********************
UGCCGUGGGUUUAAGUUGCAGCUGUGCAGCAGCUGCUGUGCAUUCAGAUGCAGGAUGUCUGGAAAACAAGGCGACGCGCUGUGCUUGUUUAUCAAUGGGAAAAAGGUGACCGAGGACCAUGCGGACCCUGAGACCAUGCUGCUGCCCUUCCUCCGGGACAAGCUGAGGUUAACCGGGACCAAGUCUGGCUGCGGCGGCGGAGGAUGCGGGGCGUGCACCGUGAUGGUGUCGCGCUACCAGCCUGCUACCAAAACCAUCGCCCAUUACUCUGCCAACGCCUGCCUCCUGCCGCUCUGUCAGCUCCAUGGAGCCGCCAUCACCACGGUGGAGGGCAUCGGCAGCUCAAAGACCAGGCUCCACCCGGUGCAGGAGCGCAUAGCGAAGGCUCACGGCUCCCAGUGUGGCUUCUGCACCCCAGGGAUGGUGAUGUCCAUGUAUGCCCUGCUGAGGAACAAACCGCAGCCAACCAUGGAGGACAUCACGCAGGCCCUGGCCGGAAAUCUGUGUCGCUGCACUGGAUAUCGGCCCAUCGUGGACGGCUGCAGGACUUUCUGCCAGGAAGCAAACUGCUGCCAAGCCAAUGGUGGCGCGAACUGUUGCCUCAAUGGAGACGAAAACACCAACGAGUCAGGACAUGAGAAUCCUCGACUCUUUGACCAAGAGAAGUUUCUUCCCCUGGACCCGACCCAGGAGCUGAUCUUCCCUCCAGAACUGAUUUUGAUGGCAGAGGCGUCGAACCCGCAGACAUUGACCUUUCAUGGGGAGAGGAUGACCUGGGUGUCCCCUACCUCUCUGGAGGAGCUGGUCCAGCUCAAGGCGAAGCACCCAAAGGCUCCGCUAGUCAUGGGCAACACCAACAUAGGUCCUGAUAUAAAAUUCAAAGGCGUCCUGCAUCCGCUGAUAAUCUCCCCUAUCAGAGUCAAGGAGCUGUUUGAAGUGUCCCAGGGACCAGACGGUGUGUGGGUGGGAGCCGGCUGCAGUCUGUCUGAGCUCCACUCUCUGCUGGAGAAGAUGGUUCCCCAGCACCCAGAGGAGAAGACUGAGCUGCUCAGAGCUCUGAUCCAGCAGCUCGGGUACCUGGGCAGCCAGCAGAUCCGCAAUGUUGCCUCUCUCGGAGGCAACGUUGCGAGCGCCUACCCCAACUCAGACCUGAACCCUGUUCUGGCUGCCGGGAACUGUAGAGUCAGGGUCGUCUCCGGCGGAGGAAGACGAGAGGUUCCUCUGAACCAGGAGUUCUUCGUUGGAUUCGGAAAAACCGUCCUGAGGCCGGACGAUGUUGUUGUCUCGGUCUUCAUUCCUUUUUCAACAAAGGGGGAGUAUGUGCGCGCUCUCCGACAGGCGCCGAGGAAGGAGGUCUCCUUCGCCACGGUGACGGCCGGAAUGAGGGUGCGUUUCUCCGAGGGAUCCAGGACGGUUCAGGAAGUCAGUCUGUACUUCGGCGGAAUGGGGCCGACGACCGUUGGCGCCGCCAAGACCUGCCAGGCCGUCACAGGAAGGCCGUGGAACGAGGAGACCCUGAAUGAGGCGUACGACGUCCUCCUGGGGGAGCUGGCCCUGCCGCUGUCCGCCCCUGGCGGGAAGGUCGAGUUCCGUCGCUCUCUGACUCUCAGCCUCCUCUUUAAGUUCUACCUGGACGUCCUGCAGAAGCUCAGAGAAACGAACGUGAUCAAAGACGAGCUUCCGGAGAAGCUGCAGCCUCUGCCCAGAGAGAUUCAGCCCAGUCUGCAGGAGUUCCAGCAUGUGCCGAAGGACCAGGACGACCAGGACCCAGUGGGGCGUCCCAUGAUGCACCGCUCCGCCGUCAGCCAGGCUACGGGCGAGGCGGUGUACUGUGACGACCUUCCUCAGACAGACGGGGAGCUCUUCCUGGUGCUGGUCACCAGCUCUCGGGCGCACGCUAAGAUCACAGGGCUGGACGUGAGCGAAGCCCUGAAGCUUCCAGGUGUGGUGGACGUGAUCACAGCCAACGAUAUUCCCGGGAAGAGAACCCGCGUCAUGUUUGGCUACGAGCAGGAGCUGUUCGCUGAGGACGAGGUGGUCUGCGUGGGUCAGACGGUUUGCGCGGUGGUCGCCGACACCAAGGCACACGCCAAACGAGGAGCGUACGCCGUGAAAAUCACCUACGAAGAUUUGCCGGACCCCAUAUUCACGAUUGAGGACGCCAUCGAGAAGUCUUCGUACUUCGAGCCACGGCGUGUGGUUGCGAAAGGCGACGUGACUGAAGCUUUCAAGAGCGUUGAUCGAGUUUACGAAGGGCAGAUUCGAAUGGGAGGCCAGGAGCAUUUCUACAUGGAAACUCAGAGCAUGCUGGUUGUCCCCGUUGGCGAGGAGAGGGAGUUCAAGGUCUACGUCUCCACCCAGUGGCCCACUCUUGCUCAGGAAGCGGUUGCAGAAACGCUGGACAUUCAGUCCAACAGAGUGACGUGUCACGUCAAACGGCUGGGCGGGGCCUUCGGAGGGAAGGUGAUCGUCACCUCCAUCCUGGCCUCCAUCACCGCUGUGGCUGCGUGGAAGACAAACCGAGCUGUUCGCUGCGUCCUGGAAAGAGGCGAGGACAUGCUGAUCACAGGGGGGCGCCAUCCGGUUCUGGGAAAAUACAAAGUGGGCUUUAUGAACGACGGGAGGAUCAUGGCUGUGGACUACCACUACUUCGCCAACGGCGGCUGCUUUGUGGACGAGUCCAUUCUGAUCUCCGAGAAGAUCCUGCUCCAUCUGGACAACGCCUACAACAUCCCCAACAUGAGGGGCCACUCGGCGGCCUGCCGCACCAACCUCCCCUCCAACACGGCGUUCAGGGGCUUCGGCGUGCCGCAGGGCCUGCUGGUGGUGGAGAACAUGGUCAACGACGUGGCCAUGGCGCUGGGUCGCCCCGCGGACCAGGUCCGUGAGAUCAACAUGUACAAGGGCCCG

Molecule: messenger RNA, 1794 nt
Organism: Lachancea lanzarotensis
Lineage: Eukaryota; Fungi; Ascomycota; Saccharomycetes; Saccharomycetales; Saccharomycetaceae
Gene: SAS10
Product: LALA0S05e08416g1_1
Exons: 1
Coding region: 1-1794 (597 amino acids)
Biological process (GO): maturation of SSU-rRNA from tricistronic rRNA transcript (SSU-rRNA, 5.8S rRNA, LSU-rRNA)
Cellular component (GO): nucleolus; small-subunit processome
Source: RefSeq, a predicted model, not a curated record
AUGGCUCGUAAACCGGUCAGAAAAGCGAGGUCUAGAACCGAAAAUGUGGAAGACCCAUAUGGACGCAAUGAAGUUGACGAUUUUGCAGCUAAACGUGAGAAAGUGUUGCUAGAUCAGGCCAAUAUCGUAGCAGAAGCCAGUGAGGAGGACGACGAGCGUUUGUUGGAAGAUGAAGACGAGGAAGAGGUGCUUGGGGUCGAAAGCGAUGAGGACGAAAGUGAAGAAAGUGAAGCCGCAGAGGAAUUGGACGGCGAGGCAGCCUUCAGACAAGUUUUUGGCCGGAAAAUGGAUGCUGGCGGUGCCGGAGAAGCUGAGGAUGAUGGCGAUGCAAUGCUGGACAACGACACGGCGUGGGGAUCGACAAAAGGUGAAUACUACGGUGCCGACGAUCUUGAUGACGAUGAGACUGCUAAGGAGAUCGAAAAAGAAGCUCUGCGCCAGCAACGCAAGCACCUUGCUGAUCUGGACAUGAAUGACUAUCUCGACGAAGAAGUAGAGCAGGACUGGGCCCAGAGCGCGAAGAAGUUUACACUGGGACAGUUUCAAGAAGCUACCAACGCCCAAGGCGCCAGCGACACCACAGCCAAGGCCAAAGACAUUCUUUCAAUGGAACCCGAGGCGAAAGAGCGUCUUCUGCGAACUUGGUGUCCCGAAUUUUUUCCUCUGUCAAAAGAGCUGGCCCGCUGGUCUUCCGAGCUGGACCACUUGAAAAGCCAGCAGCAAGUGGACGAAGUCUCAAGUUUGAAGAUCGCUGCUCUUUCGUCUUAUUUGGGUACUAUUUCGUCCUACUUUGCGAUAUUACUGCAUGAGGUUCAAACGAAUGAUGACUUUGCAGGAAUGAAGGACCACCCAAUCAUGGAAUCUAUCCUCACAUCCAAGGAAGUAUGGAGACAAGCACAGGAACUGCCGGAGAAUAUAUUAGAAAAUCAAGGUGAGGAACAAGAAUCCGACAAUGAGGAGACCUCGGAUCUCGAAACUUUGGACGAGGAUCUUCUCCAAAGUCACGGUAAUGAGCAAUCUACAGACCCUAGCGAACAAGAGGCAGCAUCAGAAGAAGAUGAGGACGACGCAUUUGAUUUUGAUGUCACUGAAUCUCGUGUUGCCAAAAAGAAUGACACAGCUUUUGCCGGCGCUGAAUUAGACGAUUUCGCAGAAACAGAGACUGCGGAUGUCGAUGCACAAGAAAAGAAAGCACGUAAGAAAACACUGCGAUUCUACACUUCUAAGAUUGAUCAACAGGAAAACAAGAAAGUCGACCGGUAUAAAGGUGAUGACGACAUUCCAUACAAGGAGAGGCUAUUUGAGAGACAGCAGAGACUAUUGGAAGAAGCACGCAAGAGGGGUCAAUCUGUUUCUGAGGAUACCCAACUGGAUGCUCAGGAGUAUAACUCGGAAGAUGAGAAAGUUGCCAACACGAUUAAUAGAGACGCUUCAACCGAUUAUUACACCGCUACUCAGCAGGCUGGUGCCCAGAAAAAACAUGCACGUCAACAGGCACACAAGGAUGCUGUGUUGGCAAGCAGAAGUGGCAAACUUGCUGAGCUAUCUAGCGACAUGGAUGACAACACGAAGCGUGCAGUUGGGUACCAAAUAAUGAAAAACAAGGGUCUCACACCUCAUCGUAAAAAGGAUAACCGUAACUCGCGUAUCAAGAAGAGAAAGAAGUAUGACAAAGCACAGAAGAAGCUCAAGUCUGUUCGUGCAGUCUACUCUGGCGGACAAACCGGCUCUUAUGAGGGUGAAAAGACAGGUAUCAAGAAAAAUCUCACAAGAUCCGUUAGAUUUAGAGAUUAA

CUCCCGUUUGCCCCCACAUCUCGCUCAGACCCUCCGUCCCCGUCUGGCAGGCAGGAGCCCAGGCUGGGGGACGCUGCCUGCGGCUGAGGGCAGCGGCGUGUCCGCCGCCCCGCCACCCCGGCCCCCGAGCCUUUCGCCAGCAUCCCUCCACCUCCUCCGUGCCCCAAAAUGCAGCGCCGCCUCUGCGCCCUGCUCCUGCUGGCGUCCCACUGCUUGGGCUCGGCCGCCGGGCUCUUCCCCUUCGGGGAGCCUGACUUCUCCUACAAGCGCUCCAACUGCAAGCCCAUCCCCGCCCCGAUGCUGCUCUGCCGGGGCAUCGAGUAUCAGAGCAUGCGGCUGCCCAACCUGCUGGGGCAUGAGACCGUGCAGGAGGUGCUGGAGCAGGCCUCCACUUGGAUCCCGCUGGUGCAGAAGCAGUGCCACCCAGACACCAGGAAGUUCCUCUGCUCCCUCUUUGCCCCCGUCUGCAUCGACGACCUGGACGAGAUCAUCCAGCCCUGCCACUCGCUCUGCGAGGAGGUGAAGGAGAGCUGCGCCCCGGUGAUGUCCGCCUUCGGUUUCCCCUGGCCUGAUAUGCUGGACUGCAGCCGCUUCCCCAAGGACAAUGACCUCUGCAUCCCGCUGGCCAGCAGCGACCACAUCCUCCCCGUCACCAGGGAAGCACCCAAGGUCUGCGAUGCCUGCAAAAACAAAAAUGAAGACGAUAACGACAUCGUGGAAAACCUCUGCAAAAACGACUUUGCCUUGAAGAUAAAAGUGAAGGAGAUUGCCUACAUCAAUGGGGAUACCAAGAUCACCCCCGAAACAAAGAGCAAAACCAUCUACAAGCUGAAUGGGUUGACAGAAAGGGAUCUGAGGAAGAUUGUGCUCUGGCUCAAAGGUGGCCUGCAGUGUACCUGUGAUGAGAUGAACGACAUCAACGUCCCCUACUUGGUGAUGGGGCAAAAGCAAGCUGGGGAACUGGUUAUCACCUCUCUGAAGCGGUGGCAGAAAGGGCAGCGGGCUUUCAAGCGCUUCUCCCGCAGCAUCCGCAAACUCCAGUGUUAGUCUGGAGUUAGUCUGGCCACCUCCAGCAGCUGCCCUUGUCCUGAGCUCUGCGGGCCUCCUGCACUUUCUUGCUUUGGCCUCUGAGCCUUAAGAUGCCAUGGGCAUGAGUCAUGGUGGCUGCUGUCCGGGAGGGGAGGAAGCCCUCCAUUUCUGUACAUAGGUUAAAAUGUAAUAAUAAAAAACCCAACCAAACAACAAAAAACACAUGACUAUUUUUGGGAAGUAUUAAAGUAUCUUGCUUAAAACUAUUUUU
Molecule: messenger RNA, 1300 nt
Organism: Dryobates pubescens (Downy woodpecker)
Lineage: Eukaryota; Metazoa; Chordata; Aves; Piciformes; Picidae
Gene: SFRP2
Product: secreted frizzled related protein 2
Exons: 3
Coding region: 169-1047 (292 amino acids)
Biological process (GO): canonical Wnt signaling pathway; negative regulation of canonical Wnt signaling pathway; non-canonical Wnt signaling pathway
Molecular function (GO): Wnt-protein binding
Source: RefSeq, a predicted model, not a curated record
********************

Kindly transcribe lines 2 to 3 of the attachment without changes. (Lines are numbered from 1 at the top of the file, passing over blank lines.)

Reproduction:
Molecule: messenger RNA, 1794 nt
Organism: Lachancea lanzarotensis